My rating: ★★★☆☆
With The Burning comes the end of the series’ focus on Soren, the Band, and the Chaw of Chaws. (At least so far as I’ve read at this time of writing, which is up to To Be a King. The focus changes again after that, but from where we seem to be going, it looks like it’s going to be Coryn’s story from The Golden Tree to the end.) It’s a massive disappointment, of course, as the Chaw of Chaws was the single best aspect of the story. As a matter of fact, they’re just about the only aspect that make any sense.
Exhibit A: The Guardians of Ga’Hoole, an ancient order of owl-knights, act like they don’t have any more experienced or trusted warriors than the adolescent protagonists. The King and Queen, the teachers, all the other Guardians–they all leave every important aspect of the story up to the main characters with zero in-universe justification.
Exhibit B: Kludd’s initiation into the Pure Ones inexplicably demands the murder of a family member, ignoring the fact that there couldn’t be a more counterproductive method of proving one’s worth; if the Pure Ones want to build a pure race/society of Tyto Albas, why would they purposefully kill off the potential breeders?
Exhibit C: There’s no sense of time flow to the series. The narrative skips over massive periods, giving off the impression that only a few weeks are passing. And then a single line will suddenly clarify that years have gone by without so much as a nod.
Exhibit D: The protagonists are just as prejudiced and ruthless as the antagonists, and yet the narrative never once hints at the possibility that maybe the war isn’t as morally black-and-white as the protagonists think. When the protagonists do something, it’s good. When the antagonists do something, it’s bad. No one questions this. Not the snakes that the protagonists have enslaved. Not the other birds that they spend so much time insulting. Not even the vultures that Twilight threatens to maim (in order to get them to join the Guardians in fighting the Pure Ones).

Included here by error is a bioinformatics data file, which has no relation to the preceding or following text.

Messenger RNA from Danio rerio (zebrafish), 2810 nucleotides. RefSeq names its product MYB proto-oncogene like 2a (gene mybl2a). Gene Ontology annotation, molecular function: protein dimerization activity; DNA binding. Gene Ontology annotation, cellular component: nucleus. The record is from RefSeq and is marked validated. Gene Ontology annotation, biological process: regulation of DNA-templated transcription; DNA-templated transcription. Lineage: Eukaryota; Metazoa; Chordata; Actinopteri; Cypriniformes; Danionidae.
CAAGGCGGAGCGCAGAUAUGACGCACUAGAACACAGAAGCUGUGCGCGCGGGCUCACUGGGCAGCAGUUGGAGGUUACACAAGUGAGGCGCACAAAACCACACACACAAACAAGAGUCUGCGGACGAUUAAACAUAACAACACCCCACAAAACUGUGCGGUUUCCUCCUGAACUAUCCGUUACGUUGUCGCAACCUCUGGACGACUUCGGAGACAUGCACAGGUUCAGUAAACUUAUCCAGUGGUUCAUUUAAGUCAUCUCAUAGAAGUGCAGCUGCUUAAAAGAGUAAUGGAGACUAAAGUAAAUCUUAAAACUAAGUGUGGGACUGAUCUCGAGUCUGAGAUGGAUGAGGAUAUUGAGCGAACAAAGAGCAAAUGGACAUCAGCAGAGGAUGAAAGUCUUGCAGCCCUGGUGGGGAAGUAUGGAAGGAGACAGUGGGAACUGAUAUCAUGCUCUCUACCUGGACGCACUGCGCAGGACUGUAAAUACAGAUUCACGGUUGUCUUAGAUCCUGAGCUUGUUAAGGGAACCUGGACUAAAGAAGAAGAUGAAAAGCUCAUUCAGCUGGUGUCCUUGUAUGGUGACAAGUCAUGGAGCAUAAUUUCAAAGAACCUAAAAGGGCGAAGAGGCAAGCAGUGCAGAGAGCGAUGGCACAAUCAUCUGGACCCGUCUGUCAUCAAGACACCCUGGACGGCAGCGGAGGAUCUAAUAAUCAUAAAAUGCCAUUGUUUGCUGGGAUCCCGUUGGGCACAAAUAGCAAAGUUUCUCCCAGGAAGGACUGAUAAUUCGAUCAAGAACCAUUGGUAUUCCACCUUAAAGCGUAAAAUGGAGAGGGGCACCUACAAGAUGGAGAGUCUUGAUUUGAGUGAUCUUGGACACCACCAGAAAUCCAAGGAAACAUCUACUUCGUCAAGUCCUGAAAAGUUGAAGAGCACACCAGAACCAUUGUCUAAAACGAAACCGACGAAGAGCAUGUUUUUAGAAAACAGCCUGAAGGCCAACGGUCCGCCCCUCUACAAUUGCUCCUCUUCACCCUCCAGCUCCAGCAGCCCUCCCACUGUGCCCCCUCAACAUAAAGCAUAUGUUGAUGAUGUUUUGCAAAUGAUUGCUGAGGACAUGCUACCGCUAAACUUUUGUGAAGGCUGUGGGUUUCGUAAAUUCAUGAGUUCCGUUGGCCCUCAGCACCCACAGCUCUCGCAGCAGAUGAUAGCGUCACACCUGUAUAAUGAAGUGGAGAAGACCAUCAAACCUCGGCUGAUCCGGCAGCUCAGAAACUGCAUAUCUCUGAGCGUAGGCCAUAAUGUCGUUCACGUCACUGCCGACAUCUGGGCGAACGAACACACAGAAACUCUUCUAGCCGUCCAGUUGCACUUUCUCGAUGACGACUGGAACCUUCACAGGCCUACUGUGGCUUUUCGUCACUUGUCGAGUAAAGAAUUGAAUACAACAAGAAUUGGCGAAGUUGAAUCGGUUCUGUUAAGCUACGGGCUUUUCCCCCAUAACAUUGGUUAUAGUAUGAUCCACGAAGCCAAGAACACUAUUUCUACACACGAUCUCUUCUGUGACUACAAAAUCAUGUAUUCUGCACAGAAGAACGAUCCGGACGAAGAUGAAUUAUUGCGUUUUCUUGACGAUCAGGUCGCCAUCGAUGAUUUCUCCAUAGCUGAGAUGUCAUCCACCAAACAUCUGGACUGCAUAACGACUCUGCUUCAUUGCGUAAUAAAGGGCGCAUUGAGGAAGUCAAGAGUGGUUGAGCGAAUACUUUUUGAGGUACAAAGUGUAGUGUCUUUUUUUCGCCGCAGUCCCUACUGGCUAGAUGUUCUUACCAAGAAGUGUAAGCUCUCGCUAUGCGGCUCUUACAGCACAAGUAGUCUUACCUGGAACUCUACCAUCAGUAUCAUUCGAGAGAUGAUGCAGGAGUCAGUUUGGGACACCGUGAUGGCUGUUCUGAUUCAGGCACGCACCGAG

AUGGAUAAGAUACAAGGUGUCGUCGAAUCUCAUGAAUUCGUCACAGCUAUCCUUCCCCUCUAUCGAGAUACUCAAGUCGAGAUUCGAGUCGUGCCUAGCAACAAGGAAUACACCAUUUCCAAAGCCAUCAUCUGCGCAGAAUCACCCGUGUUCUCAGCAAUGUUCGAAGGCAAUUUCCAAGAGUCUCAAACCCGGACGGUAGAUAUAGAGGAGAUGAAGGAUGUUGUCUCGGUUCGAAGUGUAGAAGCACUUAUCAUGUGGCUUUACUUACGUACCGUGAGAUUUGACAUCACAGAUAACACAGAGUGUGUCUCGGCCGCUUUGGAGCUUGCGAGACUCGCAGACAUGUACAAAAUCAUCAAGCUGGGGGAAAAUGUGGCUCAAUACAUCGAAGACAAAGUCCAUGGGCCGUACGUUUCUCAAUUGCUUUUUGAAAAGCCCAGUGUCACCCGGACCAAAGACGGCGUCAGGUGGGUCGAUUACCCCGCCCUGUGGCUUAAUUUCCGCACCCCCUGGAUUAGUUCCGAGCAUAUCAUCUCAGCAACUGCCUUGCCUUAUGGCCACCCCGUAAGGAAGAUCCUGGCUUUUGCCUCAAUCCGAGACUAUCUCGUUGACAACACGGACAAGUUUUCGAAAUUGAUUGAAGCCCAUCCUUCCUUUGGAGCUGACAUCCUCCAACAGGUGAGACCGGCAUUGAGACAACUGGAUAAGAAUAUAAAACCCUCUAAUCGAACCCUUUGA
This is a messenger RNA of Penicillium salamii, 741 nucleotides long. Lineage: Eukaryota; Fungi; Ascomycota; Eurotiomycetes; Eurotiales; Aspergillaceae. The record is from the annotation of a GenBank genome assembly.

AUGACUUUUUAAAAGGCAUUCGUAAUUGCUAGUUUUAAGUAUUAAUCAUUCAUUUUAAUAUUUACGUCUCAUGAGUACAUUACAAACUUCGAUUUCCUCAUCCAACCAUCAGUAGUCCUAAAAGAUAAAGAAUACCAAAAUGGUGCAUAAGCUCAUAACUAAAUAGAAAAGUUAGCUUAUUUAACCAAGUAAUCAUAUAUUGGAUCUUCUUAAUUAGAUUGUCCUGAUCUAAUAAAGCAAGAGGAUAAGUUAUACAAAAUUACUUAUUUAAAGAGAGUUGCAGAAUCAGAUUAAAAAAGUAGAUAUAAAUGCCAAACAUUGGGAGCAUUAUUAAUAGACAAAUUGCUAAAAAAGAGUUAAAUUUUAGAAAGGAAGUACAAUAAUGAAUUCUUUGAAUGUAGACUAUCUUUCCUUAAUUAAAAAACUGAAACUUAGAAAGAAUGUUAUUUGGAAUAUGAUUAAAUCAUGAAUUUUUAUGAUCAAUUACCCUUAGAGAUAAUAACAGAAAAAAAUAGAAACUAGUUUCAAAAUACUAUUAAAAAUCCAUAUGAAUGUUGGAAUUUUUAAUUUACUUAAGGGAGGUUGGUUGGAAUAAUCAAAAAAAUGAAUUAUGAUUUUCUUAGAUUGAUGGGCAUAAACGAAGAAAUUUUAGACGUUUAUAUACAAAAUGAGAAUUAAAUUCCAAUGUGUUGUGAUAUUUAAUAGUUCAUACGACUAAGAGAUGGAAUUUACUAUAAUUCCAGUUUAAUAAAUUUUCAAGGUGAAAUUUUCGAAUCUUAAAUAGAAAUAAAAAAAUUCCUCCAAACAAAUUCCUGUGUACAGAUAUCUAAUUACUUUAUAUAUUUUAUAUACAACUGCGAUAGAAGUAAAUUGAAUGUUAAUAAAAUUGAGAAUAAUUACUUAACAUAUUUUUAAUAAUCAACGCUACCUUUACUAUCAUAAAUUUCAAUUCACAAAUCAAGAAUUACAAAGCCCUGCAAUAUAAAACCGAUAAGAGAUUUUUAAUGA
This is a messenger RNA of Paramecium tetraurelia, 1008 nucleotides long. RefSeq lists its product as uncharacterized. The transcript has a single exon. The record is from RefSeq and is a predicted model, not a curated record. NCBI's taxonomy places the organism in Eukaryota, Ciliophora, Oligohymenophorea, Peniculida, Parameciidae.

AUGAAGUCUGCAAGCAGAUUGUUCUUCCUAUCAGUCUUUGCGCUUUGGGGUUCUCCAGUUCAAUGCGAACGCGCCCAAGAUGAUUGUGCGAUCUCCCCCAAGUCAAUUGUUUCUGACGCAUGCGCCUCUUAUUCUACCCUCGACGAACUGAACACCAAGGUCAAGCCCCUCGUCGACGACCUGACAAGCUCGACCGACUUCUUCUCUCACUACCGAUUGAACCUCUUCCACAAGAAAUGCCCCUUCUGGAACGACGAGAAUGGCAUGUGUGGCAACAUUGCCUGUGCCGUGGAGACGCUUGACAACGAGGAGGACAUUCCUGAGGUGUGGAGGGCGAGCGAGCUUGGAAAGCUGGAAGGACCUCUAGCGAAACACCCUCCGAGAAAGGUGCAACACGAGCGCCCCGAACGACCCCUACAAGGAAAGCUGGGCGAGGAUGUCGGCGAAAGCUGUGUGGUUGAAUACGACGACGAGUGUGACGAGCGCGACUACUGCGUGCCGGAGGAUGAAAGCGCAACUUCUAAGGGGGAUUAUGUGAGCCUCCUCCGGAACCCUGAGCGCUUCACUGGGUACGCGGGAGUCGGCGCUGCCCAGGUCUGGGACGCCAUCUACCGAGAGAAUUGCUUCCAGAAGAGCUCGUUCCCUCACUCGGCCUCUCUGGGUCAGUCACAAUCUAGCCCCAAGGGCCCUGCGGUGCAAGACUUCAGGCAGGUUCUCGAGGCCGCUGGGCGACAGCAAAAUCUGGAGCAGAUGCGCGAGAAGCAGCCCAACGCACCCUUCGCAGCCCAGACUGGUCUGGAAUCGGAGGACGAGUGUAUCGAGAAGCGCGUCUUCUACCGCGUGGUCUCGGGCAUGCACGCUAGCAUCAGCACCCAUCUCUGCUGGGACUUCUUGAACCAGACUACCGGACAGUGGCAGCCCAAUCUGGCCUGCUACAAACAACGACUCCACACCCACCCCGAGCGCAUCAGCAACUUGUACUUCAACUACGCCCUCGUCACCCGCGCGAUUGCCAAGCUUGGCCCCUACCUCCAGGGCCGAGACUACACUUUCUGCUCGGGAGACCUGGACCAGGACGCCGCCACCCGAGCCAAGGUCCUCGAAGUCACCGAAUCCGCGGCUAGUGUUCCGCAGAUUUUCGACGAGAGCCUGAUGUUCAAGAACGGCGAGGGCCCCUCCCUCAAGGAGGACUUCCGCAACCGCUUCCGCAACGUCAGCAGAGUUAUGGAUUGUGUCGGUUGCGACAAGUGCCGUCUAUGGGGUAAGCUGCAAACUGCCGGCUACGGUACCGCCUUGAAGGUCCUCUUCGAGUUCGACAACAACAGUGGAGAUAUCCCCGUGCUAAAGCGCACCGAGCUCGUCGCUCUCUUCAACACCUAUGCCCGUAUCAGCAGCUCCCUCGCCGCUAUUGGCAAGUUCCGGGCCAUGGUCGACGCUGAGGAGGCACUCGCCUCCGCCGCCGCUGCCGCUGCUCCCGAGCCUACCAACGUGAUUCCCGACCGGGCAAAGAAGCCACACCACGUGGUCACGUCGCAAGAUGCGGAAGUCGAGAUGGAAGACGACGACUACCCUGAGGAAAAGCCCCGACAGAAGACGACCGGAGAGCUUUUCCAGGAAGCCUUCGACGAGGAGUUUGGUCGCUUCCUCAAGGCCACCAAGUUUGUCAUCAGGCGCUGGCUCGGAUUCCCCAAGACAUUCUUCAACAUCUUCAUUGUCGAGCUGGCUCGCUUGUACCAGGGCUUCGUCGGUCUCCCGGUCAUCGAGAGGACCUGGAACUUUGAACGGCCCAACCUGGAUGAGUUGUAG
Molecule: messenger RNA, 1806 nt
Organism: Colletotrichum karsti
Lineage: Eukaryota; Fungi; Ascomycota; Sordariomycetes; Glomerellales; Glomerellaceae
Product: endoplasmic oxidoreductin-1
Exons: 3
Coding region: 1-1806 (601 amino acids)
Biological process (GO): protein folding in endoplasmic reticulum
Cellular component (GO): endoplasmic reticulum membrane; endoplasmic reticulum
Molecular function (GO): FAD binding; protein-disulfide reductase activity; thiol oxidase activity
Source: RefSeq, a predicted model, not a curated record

So I’m hoping that with the shift of focus that’s coming in the next book, things will start to improve again. Unfortunately I’m starting to suspect it’s not the Ga’Hoole series that doesn’t work for me so much as it is Lasky’s writing in general. I’m honestly wondering if what this series needed was just a brutally honest editor. There’s enough here that it could have been great: an awesome team of characters at the core of the story, a secret society of owls who can use their specialized training and intellect for both war and humanitarianism (well, the owl equivalent of the term) depending on which needs doing, two opposing Big Bads to give the story some hints of moral ambiguity and opportunities for awesome team-ups and war tactics, a Cain and Abel aspect to explore psychologically, etcetera, etcetera. Instead, everything was handled in a rather clumsy fashion, and what could have been a great plot has thus far been lost on me.
Maybe I’ll have better luck with Warriors.